Saudi Arabia is making its negative stance toward IS and other extremist groups clear. In Arab News, there’s a report about the sentencing of a cleric who preached support as well as provided monetary support for jihadists. He received a five-year jail sentence and travel ban.
Riyadh’s special criminal court has sentenced a Saudi preacher to five years in prison for praising and supporting terrorist groups, such as the Islamic State (IS), during an Eid sermon at a local mosque in Riyadh in August 2013.
The defendant was also slapped with a five-year travel ban. The defendant was convicted of using Friday sermons to provoke and encourage dissidence, while glorifying terrorist groups and extremist ideas propagated by Al-Qaeda terrorists.
He was also convicted of financially supporting terrorism with more than SR1 million and harboring wanted terrorists. The defendant had previously received a letter from the Ministry of Islamic Affairs ordering him to stop delivering sermons at the mosque.
Saudi Gazette reports on the disquiet following the discovery of pro-ISIS graffiti on the walls of schools in eastern Riyadh. The article suggests that this is vandalism, but also that there is concern that the group’s appeal to young men is something to watch.
IS slogan found on school walls in Riyadh
Saudi Gazette report
RIYADH — The residents of Al-Naseem neighborhood, east Riyadh, were shocked when they saw the slogans of Islamic State (IS) on the walls of some schools, Al-Hayat daily reported.
A number of residents who spoke on condition of anonymity said they suspect that a group of young men were behind it.
The young men did not look religious but used to stay up till late on the streets near the schools, the residents said.
Sulaiman Al-Battah, sociologist, blamed social media for publishing inaccurate news reports and deviant ideas.
Saudi Gazette translates a piece from the Arabic daily Makkah reporting that over 200,000 Saudis have obtained American citizenship (the time period involved is not stated). The numbers come to light as the Internal Revenue Service tries to track down 30,000 who have defaulted on their taxes.
The article notes that Saudi Arabia does not acknowledge dual-citizenship except in extraordinary circumstances. One has to choose to either be Saudi or to be some other nationality. Choosing another nationality (by going through whatever country’s nationalization process) means that one loses Saudi citizenship and all accompanying rights and privileges.
I suspect that most of these Saudi-Americans are actually people who were born in the US. The US grants citizenship automatically to any who are born in the US, with some exceptions, like diplomats. In the Middle East, but also in other places, it’s not at all uncommon for people to seek a second nationality if for no other reason than to have a place to go if things should go badly at home. At the very least, one does not end up a stateless refugee.
Contrary to the writer’s fears, though, I don’t think that the Saudi scholarship program is generating masses of new Saudi-Americans. Except, of course, for those who deliver babies while they’re studying in the US.
Why do so many Saudis become US citizens?
Abdullah Al-Tuwairgi | Makkah daily
There are more than 200,000 Saudis who have become US citizens and most of them still maintain their Saudi citizenship. The Internal Revenue Service (IRS) in the US pursues some of these people for failing to pay taxes as American citizens. About 30,000 Saudis, who are tax defaulters, are in the Kingdom and it seems that they are not serious about settling their tax obligations. Normally, no US citizen can evade paying taxes.
What concerns me is the large number of Saudis who have US citizenship. The Kingdom does not recognize dual nationality, but Saudi law allows a citizen to hold the citizenship of another country in exceptional situations but only with the permission of the Council of Ministers. If a Saudi becomes a citizen of another country, the Kingdom will cancel his Saudi citizenship and all of his rights and privileges as a citizen. When I was a foreign scholarship student in the US in the late 1980s, I noticed that most Arabs who acquired US citizenship were from countries where the political and economic conditions were poor. During those days, only a limited number of Saudis and citizens from other Gulf states applied for US citizenship, and this was usually due to their emotional attachment to the US.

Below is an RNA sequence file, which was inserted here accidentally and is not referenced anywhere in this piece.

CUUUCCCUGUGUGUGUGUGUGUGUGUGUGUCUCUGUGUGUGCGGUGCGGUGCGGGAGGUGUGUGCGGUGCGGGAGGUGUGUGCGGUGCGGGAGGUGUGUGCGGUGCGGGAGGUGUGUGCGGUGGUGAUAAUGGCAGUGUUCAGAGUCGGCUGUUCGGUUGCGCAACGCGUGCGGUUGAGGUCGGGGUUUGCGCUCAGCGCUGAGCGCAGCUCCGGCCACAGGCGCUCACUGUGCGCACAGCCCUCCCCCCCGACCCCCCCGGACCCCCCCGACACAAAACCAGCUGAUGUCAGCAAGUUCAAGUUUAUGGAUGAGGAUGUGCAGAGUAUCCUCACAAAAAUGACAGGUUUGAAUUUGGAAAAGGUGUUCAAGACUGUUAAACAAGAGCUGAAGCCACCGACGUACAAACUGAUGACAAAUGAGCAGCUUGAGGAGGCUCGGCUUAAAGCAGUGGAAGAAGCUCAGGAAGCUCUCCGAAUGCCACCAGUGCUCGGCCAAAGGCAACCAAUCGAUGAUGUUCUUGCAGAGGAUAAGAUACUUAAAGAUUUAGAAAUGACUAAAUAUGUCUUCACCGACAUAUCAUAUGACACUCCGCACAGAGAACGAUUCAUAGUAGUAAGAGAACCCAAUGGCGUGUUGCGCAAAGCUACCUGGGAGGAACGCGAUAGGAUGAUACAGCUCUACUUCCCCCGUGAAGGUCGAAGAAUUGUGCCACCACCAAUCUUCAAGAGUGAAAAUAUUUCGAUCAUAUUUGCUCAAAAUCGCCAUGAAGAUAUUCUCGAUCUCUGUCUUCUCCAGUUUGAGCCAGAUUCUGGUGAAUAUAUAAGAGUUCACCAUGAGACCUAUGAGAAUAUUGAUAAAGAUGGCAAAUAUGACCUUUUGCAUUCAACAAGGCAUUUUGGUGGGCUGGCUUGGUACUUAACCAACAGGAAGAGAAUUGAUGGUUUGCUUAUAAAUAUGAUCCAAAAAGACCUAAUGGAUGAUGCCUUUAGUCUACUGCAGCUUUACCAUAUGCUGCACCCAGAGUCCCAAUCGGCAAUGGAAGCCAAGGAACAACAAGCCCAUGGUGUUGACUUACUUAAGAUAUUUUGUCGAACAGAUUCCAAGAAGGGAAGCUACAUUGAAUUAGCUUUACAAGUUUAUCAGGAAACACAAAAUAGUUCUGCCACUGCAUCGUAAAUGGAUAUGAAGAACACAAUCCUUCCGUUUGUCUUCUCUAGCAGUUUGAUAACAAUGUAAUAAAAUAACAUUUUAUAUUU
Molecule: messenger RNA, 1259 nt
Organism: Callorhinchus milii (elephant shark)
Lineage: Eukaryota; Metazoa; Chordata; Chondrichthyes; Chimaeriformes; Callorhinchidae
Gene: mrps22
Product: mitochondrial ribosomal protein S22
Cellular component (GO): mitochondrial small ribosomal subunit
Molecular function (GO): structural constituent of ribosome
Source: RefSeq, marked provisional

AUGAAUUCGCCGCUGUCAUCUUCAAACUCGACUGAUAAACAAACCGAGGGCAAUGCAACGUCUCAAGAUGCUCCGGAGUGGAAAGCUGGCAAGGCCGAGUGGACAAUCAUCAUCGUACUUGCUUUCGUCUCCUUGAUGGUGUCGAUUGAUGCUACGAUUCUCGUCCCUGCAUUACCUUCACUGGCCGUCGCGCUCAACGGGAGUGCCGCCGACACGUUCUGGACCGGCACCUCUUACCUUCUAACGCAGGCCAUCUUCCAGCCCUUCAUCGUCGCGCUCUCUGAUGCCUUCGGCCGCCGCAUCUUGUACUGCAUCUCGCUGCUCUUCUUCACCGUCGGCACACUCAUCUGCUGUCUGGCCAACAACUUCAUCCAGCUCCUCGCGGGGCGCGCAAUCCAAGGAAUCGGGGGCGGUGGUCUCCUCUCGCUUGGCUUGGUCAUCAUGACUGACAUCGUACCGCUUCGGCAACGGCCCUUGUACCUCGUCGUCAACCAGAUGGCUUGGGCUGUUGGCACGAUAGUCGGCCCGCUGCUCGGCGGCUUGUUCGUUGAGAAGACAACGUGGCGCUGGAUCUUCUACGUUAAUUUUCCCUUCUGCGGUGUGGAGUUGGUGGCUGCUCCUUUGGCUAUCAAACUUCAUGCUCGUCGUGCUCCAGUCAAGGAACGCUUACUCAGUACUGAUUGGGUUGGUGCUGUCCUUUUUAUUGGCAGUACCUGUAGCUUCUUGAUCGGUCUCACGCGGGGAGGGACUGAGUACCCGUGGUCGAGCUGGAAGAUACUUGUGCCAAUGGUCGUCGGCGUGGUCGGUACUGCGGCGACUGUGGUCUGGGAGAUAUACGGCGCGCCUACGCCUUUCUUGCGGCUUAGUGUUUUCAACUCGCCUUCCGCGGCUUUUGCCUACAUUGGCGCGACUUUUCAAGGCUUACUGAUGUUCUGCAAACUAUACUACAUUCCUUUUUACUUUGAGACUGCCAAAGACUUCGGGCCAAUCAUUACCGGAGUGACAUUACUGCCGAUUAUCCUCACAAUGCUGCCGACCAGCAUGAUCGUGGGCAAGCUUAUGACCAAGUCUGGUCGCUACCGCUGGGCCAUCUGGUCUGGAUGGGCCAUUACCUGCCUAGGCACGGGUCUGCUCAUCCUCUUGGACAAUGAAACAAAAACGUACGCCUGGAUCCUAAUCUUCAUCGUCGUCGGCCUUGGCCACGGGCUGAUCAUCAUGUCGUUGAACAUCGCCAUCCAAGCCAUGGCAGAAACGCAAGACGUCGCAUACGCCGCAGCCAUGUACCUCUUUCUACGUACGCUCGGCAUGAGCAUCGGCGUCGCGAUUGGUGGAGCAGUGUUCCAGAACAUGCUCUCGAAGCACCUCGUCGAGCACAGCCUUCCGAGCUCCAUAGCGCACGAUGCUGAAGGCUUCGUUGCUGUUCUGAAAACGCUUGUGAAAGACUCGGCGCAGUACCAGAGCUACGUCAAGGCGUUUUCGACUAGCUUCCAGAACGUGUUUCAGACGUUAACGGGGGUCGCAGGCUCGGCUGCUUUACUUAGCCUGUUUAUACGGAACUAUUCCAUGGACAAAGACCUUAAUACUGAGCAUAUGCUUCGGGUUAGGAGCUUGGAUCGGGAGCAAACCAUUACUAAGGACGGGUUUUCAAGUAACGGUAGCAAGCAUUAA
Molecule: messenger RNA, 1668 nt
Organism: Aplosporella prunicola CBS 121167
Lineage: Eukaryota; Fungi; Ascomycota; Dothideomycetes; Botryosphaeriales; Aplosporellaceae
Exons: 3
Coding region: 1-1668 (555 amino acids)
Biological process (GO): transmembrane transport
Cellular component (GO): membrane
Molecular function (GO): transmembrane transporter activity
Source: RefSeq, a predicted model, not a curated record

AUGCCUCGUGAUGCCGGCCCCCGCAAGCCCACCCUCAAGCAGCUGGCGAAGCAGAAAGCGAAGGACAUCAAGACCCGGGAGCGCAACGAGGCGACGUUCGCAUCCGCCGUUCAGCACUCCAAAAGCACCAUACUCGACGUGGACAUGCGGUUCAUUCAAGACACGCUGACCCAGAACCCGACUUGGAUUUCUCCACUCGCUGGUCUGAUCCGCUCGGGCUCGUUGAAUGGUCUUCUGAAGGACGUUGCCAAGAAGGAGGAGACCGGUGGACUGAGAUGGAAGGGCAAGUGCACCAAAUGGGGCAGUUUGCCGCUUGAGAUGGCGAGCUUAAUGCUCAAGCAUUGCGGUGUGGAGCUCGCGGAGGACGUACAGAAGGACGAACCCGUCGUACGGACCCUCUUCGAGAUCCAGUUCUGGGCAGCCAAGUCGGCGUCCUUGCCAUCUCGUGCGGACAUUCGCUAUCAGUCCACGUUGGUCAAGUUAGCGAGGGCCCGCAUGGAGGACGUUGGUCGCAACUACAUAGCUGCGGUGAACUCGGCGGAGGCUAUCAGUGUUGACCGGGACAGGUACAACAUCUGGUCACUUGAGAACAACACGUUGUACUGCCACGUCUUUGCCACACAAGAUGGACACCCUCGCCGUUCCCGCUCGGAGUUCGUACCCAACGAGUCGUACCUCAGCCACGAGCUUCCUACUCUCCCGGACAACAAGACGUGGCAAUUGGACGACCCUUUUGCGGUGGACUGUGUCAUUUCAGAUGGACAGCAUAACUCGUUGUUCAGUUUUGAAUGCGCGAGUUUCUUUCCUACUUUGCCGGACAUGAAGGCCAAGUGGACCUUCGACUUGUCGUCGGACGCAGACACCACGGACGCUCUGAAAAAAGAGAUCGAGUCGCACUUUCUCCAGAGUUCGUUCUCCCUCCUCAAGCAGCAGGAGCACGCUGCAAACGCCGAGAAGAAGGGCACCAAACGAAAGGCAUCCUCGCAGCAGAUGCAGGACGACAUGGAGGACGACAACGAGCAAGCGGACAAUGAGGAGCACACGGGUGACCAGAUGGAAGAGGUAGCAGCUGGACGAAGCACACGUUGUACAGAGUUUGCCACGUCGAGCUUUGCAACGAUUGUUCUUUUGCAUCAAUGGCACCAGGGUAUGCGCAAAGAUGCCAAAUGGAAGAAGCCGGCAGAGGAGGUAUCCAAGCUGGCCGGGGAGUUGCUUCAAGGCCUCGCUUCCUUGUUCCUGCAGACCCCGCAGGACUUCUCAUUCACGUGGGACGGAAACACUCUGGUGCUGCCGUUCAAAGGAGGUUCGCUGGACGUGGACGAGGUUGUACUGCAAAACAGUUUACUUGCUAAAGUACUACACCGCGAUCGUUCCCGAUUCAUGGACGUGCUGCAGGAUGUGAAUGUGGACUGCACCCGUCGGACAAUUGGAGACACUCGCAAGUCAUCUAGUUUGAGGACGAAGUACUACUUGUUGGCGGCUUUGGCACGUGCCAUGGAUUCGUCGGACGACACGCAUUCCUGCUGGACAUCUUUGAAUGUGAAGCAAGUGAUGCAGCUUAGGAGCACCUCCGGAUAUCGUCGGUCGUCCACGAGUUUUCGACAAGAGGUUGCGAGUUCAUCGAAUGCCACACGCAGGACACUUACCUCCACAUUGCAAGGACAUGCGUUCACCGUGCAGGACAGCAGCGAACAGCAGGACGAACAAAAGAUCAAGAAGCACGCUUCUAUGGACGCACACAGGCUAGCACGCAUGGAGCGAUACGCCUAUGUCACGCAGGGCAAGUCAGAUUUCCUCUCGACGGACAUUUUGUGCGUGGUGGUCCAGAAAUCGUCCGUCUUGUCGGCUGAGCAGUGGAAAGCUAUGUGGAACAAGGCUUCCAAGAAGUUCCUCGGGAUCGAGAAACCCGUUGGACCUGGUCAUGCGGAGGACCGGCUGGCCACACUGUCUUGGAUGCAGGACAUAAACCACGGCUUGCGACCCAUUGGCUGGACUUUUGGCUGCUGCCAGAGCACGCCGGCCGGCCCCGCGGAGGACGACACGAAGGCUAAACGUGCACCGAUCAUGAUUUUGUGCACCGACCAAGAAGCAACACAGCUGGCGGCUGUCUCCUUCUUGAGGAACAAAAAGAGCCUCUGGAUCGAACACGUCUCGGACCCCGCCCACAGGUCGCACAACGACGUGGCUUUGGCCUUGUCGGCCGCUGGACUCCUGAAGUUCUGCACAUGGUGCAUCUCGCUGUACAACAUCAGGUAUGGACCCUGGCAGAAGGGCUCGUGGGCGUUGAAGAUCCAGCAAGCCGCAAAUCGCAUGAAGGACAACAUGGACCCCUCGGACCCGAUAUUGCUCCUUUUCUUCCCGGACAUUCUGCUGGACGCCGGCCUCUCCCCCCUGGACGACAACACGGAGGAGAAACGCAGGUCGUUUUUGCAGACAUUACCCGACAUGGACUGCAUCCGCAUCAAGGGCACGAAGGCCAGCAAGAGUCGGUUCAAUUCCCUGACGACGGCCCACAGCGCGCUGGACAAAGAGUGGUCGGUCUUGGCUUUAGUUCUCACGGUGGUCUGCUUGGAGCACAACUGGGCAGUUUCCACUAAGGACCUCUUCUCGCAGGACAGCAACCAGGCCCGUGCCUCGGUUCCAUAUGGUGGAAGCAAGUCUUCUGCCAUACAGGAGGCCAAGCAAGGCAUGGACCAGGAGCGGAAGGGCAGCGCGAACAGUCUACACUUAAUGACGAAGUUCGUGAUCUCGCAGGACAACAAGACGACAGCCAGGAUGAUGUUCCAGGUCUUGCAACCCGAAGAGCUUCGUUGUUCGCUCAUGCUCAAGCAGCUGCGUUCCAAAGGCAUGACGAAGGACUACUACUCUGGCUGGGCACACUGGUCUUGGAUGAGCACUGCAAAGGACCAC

An interesting paper (5-page PDF) on how ISIS, Al-Qaeda and its spin-offs, and other extremist groups make use of social media to promote their messages and to recruit new members. The report is from the National Consortium for the Study of Terrorism and Response to Terrorism.
The innovative ways that foreign fighters in Syria and Iraq are leveraging social media and mobile apps to recruit aspirational supporters in the West reveal what is actually a paradigm shift occurring within the global jihadist movement, away from the organization-centric model advanced by Al-Qaida, to a movement unhindered by organizational structures. Counterterrorism policy and practice must rethink the way it approaches countering online radicalization.
An article in Arab News points to the lamentable waste of energy — particularly electricity — by Saudis. While Saudi Arabia is one of the world’s top energy producers, it is also one of its top consumers. Saudis are using as much natural gas as they are producing, the piece says. It is also using petroleum at a higher-than-sustainable rate. Most of the energy used is in the form of electricity to run desalination plants, domestic use, and industrial use. Transportation and industry use petroleum and its byproducts. According to the article, Saudis use, per capita, the equivalent of 40 barrels of oil per year.
Solar energy production is needed to help fill the demand, as well as finding new sources from which to import natural gas.
Energy waste costs local economy SR135bn annually
JUBAIL: SULTAN AL-SUGHAI
Although the Kingdom has the largest oil reserves in the world and occupies the fifth place in terms of natural gas reserves, yet according to a report by oil specialist the Kingdom faces many challenges as a result of a number of different factors, including its need to meet the requirements of development.
Oil and gas being non-renewable resources, the Kingdom requires the ideal utilization of these resources to diversify the economic base, provide new sources of income and achieve sustainable progression.
According to the report issued by the Kuwaiti Diplomatic Center, the Kingdom’s annual rate of energy consumption exceeded 5 percent while the economic growth rate reached 4 percent.